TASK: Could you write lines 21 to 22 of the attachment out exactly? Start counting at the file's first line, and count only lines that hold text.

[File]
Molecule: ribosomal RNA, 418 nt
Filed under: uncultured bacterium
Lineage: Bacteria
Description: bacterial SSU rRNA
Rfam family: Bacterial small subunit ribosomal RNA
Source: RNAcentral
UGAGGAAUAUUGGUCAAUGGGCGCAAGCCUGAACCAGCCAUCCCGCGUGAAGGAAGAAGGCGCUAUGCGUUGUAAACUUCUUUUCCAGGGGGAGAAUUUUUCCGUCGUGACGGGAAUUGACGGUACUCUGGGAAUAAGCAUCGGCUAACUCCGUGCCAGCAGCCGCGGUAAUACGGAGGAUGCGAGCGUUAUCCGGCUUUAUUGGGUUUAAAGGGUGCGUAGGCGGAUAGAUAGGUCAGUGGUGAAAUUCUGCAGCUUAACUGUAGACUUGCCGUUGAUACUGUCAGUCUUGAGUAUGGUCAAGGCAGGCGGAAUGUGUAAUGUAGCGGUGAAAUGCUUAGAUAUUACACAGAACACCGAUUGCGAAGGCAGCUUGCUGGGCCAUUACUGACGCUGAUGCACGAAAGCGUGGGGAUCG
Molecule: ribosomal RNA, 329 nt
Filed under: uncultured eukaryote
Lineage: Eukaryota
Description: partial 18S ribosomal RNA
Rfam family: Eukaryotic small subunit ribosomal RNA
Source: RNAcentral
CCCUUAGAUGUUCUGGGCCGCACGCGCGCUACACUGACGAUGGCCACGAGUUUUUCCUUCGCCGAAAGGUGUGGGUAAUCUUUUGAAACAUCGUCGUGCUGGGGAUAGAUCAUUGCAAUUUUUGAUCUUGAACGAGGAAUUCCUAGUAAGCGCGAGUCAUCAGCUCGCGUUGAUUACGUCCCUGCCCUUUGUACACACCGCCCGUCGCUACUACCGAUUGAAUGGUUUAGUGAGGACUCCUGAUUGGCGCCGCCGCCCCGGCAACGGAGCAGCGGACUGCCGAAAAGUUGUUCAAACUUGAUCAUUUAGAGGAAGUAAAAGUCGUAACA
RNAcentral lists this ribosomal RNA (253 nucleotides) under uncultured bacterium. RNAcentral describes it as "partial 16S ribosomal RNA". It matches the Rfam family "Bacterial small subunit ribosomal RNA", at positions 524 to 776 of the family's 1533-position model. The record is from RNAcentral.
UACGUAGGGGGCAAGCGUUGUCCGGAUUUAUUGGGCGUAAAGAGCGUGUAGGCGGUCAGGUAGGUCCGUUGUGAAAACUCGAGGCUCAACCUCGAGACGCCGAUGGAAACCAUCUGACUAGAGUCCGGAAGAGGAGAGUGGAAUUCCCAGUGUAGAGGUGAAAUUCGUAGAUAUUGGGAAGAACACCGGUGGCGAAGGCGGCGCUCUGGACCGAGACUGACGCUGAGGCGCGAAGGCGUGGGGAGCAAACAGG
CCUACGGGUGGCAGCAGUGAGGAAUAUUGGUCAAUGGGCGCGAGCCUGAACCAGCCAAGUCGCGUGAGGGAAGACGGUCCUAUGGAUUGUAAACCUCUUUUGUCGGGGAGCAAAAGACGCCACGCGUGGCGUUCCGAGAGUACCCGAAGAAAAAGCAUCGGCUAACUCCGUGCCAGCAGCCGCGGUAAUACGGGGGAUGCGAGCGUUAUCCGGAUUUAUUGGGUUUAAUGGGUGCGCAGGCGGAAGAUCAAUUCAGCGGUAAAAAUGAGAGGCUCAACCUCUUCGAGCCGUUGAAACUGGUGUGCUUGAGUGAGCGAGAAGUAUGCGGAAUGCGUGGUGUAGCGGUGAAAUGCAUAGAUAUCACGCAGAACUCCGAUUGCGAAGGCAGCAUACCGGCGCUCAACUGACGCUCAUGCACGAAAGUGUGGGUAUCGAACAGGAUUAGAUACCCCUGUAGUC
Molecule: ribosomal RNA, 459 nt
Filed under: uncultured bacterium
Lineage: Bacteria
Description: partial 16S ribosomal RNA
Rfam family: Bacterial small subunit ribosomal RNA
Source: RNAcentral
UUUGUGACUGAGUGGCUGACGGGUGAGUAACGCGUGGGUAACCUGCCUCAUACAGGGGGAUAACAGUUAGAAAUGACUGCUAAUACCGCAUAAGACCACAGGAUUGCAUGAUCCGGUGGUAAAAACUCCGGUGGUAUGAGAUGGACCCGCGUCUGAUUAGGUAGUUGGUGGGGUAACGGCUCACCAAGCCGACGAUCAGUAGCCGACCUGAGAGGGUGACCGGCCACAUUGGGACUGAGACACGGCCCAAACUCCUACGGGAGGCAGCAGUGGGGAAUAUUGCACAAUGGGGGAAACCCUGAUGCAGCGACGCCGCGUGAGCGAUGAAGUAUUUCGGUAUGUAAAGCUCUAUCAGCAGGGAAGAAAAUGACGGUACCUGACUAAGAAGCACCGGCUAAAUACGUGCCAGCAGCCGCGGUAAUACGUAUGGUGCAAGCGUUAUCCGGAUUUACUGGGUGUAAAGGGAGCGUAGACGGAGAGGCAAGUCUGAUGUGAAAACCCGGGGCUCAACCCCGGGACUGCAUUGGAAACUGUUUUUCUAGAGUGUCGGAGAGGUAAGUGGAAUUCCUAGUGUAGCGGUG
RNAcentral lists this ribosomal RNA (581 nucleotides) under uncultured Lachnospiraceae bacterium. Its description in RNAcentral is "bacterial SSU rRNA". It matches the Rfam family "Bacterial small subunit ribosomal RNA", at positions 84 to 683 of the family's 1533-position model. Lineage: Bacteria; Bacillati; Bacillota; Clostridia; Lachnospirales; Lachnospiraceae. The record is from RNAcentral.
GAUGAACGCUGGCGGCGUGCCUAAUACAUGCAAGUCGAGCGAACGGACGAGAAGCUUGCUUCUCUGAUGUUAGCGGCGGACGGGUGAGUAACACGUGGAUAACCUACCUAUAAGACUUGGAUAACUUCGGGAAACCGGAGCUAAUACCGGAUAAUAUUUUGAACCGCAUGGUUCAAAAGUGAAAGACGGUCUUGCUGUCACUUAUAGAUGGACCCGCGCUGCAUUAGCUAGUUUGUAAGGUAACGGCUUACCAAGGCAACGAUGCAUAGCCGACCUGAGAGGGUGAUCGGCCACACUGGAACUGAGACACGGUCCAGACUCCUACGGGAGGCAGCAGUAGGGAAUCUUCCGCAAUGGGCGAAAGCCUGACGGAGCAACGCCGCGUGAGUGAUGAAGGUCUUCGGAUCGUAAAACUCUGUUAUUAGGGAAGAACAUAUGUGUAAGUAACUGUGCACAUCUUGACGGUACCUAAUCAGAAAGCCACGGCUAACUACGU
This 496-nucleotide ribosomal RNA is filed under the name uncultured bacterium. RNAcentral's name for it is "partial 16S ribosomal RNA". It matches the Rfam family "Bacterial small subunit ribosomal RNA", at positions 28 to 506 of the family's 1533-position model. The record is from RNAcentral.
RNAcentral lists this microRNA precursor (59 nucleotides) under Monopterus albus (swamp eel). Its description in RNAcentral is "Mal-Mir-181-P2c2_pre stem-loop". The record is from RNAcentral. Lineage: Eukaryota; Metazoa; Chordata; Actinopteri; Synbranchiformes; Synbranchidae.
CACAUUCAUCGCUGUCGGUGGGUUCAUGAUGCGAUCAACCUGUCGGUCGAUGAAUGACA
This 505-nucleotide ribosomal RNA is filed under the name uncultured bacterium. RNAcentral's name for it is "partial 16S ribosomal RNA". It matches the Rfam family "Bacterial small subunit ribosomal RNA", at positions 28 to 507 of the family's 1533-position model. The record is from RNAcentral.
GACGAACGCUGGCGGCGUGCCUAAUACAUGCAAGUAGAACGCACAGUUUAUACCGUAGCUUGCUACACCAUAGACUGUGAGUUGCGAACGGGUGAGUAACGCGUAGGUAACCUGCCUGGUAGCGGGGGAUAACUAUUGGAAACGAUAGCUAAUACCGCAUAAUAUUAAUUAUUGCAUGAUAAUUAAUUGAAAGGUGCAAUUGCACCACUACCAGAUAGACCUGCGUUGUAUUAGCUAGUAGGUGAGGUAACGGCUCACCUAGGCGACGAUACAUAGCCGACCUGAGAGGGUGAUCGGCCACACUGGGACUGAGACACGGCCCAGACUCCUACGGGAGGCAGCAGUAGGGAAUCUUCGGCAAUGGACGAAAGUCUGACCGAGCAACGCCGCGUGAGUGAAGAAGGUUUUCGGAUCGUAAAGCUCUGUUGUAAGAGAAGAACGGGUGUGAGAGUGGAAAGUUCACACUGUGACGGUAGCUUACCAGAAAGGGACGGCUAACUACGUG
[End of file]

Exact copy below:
Description: partial 16S ribosomal RNA
Rfam family: Bacterial small subunit ribosomal RNA